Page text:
I wonder what it would be like to feel as if I were in captivity like the Hebrews. Not necessarily someone in jail, but rather the part of a group relocated forcibly to another location far from home and far from familiar things. I’ve lived in a small compound in a country far from here that was very different, and it felt rather strange in some ways but yet looking back on it, there was still a sense of “we” and ” them.” We happened to be light-skinned and light-eyed in a world full of people with darker skin, brown eyes, and black hair. We lived in our little compound, we went shopping at other military bases in the area, and much did everything we could do like movies, bowling and the like surrounded by mostly people like us. It was a bit confining, but we learn to live with it and to take trips away just to see even more different things.
I can look back and see that living in another country, even when an American compound, was a good thing, perhaps even a blessing. I learned what it felt like to be in a minority and very easily picked out of the crowd. I learned what it felt like to be considered rich when in actuality in the United States we would be perhaps at best lower middle-class. We learned to get by without a lot of the things that we do and have here in the States, but, all in all, we learned about the country and the people in which we found ourselves. That was a good thing, yes, a blessing.
The captives to whom Zachariah repeated the words of God were upper-class people professional people, who had a lot more freedom then the perhaps we had. Most of them could go about their daily business ,they could worship in their synagogues, they could shop in their markets, and they can live much like they did at home. It was a punishment to be sent into exile, but even exile does not have to be uncomfortable.
Zachariah reminded them that God has said that they had been accursed because they didn’t follow God’s law and not good examples of what God intended for people to be. They really didn’t love each other, they didn’t speak truth, they didn’t make wise judgments, and they kind of pointed fingers at each other and blamed each other for what ever happened.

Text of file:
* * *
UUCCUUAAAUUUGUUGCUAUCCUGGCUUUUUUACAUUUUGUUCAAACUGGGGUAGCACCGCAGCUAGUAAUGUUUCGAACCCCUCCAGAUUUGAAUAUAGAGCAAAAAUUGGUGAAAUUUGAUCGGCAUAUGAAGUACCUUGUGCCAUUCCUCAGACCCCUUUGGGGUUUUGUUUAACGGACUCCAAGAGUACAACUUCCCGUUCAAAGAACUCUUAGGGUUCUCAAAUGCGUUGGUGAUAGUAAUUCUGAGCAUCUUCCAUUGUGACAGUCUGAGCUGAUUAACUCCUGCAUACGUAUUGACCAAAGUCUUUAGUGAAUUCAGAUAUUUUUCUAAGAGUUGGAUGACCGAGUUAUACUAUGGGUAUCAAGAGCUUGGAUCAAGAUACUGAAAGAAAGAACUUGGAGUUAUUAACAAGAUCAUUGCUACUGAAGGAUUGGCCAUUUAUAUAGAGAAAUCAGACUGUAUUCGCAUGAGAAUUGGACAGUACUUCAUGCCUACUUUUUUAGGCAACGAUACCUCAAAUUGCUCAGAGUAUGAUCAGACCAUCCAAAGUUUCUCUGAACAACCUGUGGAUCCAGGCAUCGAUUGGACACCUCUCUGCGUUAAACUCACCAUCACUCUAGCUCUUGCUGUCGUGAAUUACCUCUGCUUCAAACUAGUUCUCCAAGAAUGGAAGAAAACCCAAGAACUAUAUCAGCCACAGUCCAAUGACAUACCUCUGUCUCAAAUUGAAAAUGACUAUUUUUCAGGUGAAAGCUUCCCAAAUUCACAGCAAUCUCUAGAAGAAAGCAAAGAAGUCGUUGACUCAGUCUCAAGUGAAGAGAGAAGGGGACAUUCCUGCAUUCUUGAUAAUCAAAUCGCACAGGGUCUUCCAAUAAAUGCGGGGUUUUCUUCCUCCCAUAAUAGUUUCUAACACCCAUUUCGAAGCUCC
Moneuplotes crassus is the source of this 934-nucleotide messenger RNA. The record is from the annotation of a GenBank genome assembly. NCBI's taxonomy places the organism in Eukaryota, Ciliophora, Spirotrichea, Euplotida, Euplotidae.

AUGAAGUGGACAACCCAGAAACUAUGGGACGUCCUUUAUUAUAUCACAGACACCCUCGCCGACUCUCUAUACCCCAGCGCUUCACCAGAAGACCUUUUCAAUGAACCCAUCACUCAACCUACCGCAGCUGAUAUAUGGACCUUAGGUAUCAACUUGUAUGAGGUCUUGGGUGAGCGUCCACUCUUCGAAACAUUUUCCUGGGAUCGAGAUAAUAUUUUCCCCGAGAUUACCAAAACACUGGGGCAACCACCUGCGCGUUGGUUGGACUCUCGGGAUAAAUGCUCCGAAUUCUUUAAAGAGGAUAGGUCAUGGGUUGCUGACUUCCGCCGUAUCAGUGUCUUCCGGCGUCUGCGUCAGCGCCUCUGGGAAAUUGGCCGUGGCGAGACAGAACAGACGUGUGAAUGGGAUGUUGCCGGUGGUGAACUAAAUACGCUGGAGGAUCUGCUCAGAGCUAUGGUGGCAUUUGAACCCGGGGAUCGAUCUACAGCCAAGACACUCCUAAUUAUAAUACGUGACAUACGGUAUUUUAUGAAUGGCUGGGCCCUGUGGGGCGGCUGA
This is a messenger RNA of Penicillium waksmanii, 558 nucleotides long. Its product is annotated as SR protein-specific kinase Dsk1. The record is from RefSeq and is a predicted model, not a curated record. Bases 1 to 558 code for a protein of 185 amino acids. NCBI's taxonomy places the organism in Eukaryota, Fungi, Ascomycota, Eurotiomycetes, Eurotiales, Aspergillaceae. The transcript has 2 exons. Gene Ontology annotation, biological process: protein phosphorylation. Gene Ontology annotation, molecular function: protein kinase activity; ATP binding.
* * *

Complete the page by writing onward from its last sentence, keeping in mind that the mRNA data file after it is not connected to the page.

We run into the same thing today. We are afraid and sometimes distort the truth to suit our particular beliefs and convictions. Judgments can be bought rather than adjudicated fairly, and we figure out ways to out-do our neighbors in any way we can to make our lives better even at the cost of making matters worse. Most of all, we are a bit slowly on being honest; we may swear to tell the truth or say we believe a certain thing, but behind our backs we have our fingers crossed. All of those things go against what God wants for us but we keep on doing them just as the captives did.
God promised, though, that Judah and the house of Israel would become a blessing to the world, that they no longer had to be afraid, and that they would be returned to a land that was good and fertile. Now whether the rest of us would be able to achieve such a thing is questionable. We are where we are, at home, and in places familiar and settled. When something good happens we consider it a blessing; when something bad happens it’s a curse. We seem to have a lot of curses these days — wars, famine, natural disasters, mass shootings, you name it. What about blessings?
Maybe it’s not where we find them but where we create them. We accept blessings in church at baptism, confirmation, Sunday liturgy, get our animals blessed on Saint Francis’ Day, , we get houses, cars, boats, and be bless just about anything that could possibly be blessed be blessed (with the exception of committed relationships between people of the same sex). We’re working on that one, though, and we’re seeing success in increasing numbers. We can’t pat ourselves on the back, though. There’s still a long way to go.
God promises that we would be a blessing, but that doesn’t mean just standing there making the sign of the cross over a bunch of people, putting a couple of dollars in a tin can or a handing a check to a specific charity. We create blessings by loving our neighbors, being honest, judging wisely and fairly, and speaking the truth. That’s not that hard, but as we look about us today, it’s beginning to seem less and less apparent. Maybe it’s time we had a turnaround.
Advent is a good time to make such a turnaround. Like the captives, we need to serve our time in captivity, so that we actually understand the blessings of living in freedom, in a pleasant land, and in peace and harmony with our neighbors far and near. Sometimes it seems like an impossible dream, but it’s what we can do rather than what we can’t is important.
Be awake, be alert, be kind, light a candle, bless your neighbor, and become a blessing. It’s that simple.
Image: From Wikimedia Commons public domain